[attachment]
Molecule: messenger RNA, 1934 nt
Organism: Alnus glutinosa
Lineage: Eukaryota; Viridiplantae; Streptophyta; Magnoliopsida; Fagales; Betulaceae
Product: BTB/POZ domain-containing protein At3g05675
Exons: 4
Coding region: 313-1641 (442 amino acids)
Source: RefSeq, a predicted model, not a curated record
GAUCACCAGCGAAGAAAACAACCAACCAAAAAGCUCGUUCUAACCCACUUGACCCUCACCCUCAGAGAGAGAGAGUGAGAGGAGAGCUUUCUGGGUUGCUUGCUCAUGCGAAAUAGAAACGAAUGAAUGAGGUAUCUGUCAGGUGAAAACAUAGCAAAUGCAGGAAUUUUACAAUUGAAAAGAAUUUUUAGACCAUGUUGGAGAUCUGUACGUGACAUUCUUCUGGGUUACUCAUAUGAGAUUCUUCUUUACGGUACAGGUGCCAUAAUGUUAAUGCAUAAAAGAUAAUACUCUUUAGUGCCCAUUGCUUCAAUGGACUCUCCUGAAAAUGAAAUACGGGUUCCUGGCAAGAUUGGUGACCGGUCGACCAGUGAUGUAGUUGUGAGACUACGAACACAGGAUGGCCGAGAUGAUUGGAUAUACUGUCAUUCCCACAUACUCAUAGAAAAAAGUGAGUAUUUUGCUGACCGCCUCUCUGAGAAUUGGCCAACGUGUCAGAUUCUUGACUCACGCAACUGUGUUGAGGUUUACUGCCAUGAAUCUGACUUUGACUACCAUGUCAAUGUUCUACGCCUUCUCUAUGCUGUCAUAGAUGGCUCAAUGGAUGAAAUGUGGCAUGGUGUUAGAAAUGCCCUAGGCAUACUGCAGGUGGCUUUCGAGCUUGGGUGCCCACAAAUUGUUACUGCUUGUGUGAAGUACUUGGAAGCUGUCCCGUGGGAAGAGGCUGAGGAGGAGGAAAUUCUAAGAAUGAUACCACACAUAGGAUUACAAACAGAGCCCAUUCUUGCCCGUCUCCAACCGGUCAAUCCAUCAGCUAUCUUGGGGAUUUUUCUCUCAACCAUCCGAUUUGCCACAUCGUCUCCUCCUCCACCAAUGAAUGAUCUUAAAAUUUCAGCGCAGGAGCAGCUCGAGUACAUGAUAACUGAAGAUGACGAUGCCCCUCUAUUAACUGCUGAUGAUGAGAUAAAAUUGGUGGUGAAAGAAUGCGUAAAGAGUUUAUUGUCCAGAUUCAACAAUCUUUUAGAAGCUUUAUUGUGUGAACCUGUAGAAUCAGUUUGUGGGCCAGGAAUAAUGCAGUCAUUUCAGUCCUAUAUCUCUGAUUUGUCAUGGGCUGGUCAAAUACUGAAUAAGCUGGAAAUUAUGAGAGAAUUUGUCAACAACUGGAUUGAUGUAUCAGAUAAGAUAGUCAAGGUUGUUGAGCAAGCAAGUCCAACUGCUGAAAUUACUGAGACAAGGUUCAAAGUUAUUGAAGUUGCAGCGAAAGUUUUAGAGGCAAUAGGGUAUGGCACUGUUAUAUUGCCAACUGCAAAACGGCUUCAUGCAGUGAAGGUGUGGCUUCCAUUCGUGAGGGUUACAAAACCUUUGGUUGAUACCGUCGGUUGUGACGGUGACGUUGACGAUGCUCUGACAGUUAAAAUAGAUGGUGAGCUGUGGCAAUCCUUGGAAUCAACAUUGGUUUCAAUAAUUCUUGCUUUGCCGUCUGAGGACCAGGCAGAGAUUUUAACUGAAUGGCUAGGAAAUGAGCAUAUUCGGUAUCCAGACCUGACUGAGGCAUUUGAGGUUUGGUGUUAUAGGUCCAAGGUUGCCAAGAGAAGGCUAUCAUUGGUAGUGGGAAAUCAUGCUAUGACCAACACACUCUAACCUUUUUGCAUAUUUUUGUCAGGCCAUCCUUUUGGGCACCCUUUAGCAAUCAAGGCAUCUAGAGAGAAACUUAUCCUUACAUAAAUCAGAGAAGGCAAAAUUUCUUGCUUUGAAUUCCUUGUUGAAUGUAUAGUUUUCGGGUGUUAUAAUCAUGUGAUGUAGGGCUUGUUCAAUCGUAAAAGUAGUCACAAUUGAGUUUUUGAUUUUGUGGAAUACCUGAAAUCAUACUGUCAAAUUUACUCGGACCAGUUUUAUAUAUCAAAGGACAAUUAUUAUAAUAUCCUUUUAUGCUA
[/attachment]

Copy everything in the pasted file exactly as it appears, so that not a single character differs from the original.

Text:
Molecule: messenger RNA, 1934 nt
Organism: Alnus glutinosa
Lineage: Eukaryota; Viridiplantae; Streptophyta; Magnoliopsida; Fagales; Betulaceae
Product: BTB/POZ domain-containing protein At3g05675
Exons: 4
Coding region: 313-1641 (442 amino acids)
Source: RefSeq, a predicted model, not a curated record
GAUCACCAGCGAAGAAAACAACCAACCAAAAAGCUCGUUCUAACCCACUUGACCCUCACCCUCAGAGAGAGAGAGUGAGAGGAGAGCUUUCUGGGUUGCUUGCUCAUGCGAAAUAGAAACGAAUGAAUGAGGUAUCUGUCAGGUGAAAACAUAGCAAAUGCAGGAAUUUUACAAUUGAAAAGAAUUUUUAGACCAUGUUGGAGAUCUGUACGUGACAUUCUUCUGGGUUACUCAUAUGAGAUUCUUCUUUACGGUACAGGUGCCAUAAUGUUAAUGCAUAAAAGAUAAUACUCUUUAGUGCCCAUUGCUUCAAUGGACUCUCCUGAAAAUGAAAUACGGGUUCCUGGCAAGAUUGGUGACCGGUCGACCAGUGAUGUAGUUGUGAGACUACGAACACAGGAUGGCCGAGAUGAUUGGAUAUACUGUCAUUCCCACAUACUCAUAGAAAAAAGUGAGUAUUUUGCUGACCGCCUCUCUGAGAAUUGGCCAACGUGUCAGAUUCUUGACUCACGCAACUGUGUUGAGGUUUACUGCCAUGAAUCUGACUUUGACUACCAUGUCAAUGUUCUACGCCUUCUCUAUGCUGUCAUAGAUGGCUCAAUGGAUGAAAUGUGGCAUGGUGUUAGAAAUGCCCUAGGCAUACUGCAGGUGGCUUUCGAGCUUGGGUGCCCACAAAUUGUUACUGCUUGUGUGAAGUACUUGGAAGCUGUCCCGUGGGAAGAGGCUGAGGAGGAGGAAAUUCUAAGAAUGAUACCACACAUAGGAUUACAAACAGAGCCCAUUCUUGCCCGUCUCCAACCGGUCAAUCCAUCAGCUAUCUUGGGGAUUUUUCUCUCAACCAUCCGAUUUGCCACAUCGUCUCCUCCUCCACCAAUGAAUGAUCUUAAAAUUUCAGCGCAGGAGCAGCUCGAGUACAUGAUAACUGAAGAUGACGAUGCCCCUCUAUUAACUGCUGAUGAUGAGAUAAAAUUGGUGGUGAAAGAAUGCGUAAAGAGUUUAUUGUCCAGAUUCAACAAUCUUUUAGAAGCUUUAUUGUGUGAACCUGUAGAAUCAGUUUGUGGGCCAGGAAUAAUGCAGUCAUUUCAGUCCUAUAUCUCUGAUUUGUCAUGGGCUGGUCAAAUACUGAAUAAGCUGGAAAUUAUGAGAGAAUUUGUCAACAACUGGAUUGAUGUAUCAGAUAAGAUAGUCAAGGUUGUUGAGCAAGCAAGUCCAACUGCUGAAAUUACUGAGACAAGGUUCAAAGUUAUUGAAGUUGCAGCGAAAGUUUUAGAGGCAAUAGGGUAUGGCACUGUUAUAUUGCCAACUGCAAAACGGCUUCAUGCAGUGAAGGUGUGGCUUCCAUUCGUGAGGGUUACAAAACCUUUGGUUGAUACCGUCGGUUGUGACGGUGACGUUGACGAUGCUCUGACAGUUAAAAUAGAUGGUGAGCUGUGGCAAUCCUUGGAAUCAACAUUGGUUUCAAUAAUUCUUGCUUUGCCGUCUGAGGACCAGGCAGAGAUUUUAACUGAAUGGCUAGGAAAUGAGCAUAUUCGGUAUCCAGACCUGACUGAGGCAUUUGAGGUUUGGUGUUAUAGGUCCAAGGUUGCCAAGAGAAGGCUAUCAUUGGUAGUGGGAAAUCAUGCUAUGACCAACACACUCUAACCUUUUUGCAUAUUUUUGUCAGGCCAUCCUUUUGGGCACCCUUUAGCAAUCAAGGCAUCUAGAGAGAAACUUAUCCUUACAUAAAUCAGAGAAGGCAAAAUUUCUUGCUUUGAAUUCCUUGUUGAAUGUAUAGUUUUCGGGUGUUAUAAUCAUGUGAUGUAGGGCUUGUUCAAUCGUAAAAGUAGUCACAAUUGAGUUUUUGAUUUUGUGGAAUACCUGAAAUCAUACUGUCAAAUUUACUCGGACCAGUUUUAUAUAUCAAAGGACAAUUAUUAUAAUAUCCUUUUAUGCUA